United States: Gaming Legal News: June 26, 2014 - Volume 7, Number 10

INDIAN COUNTRY AWAITS 9TH CIRCUIT'S EN BANC REHEARING IN BIG LAGOON CASE
by Patrick Sullivan

In January, a split 9th Circuit panel shocked Indian Country with its holding in Big Lagoon Rancheria v. California that the State's failure to negotiate in good faith for a tribal-state gaming compact with the Big Lagoon Rancheria of California did not violate the Indian Gaming Regulatory of 1988 Act ("IGRA") because the lands at issue were not "Indian lands" under Carcieri. The Court held that the proposed gaming parcel was improperly accepted into trust due to the Supreme Court precedent of Carcieri v. Salazar, which held that the Indian Reorganization Act of 1934 only authorizes the Government to take land into trust status for those tribes "under federal jurisdiction" as of June 18, 1934. Because IGRA only requires good-faith negotiations for gaming on Indian lands, the Ninth Circuit dismissed the good-faith suit.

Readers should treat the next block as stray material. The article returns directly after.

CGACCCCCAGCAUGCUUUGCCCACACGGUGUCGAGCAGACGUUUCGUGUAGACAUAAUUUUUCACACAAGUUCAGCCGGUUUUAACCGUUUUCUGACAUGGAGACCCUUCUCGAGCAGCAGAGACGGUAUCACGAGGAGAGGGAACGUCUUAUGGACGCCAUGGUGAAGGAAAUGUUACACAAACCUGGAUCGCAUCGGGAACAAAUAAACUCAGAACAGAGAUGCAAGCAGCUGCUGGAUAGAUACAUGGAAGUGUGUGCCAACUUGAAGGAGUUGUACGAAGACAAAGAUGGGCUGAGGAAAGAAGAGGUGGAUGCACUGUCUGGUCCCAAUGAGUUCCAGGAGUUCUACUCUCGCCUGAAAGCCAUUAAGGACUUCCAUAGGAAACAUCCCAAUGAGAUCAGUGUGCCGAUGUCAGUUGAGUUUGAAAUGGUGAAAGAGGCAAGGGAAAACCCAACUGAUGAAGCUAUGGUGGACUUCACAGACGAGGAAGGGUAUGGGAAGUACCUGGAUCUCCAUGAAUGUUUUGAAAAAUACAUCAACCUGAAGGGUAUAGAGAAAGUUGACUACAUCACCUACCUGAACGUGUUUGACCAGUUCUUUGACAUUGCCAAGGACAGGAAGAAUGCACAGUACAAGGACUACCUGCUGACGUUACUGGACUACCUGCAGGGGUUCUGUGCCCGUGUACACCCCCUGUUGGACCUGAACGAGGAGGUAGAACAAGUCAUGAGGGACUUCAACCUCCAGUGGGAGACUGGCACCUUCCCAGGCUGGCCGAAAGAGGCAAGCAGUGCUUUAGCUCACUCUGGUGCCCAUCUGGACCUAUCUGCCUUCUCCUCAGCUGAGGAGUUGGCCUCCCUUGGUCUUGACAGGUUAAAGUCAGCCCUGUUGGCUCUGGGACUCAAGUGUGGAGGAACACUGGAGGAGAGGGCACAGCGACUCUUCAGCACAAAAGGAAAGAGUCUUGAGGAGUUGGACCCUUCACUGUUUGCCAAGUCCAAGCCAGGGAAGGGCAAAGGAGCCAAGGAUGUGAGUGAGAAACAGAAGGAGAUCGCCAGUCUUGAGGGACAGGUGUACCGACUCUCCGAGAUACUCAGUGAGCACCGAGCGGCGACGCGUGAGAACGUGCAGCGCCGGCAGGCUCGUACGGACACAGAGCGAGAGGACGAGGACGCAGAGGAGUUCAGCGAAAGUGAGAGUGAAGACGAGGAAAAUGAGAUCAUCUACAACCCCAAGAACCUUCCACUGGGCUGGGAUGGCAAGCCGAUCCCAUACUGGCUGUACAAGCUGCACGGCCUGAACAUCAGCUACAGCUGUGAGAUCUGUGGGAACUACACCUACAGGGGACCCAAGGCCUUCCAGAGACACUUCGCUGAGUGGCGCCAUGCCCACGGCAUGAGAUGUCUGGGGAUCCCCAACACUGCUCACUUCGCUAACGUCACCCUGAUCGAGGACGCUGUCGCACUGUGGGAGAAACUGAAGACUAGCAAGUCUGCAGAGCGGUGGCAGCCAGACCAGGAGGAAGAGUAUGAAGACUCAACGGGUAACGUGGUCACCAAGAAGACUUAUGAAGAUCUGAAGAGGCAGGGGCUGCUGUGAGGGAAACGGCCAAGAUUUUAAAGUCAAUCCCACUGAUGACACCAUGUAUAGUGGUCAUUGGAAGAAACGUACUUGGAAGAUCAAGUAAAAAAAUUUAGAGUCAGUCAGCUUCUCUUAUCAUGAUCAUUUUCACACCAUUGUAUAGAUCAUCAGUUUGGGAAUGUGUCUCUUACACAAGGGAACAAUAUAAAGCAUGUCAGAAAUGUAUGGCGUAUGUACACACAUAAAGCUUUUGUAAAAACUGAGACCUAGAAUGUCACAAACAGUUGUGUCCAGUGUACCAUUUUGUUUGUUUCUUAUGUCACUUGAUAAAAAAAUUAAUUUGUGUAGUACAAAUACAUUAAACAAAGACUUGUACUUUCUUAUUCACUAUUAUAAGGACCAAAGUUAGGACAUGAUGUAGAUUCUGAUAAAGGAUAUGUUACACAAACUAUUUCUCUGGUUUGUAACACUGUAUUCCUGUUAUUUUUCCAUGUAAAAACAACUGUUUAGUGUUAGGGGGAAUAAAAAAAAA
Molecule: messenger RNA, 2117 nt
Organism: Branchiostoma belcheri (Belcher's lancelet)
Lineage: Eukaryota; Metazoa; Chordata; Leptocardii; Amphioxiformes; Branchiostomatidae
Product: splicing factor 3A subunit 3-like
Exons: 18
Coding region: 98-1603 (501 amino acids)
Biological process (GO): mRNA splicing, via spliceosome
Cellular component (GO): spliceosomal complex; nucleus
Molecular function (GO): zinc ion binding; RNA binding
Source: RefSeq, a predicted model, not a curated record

The panel decision threatens a Pandora's box of litigation by opening the door to collateral Carcieri attacks on agency fee-to-trust decisions. But Big Lagoon is only the latest in a litany of decisions which threaten Indian tribes' ability to restore land.

First, the 2009 Carcieri decision placed hard limits on the ability of the Bureau of Indian Affairs ("BIA") to restore land to tribes that could not prove they were "under federal jurisdiction" as of the date upon which the Indian Regulatory Act became law in 1934. Then, the 2012 Patchak v. Salazar decision subjected BIA fee-to-trust decisions to review under the Administrative Procedure Act, expanding the litigation exposure of every new trust acceptance from the previous 30-day challenge period to the 6-year APA statute of limitations.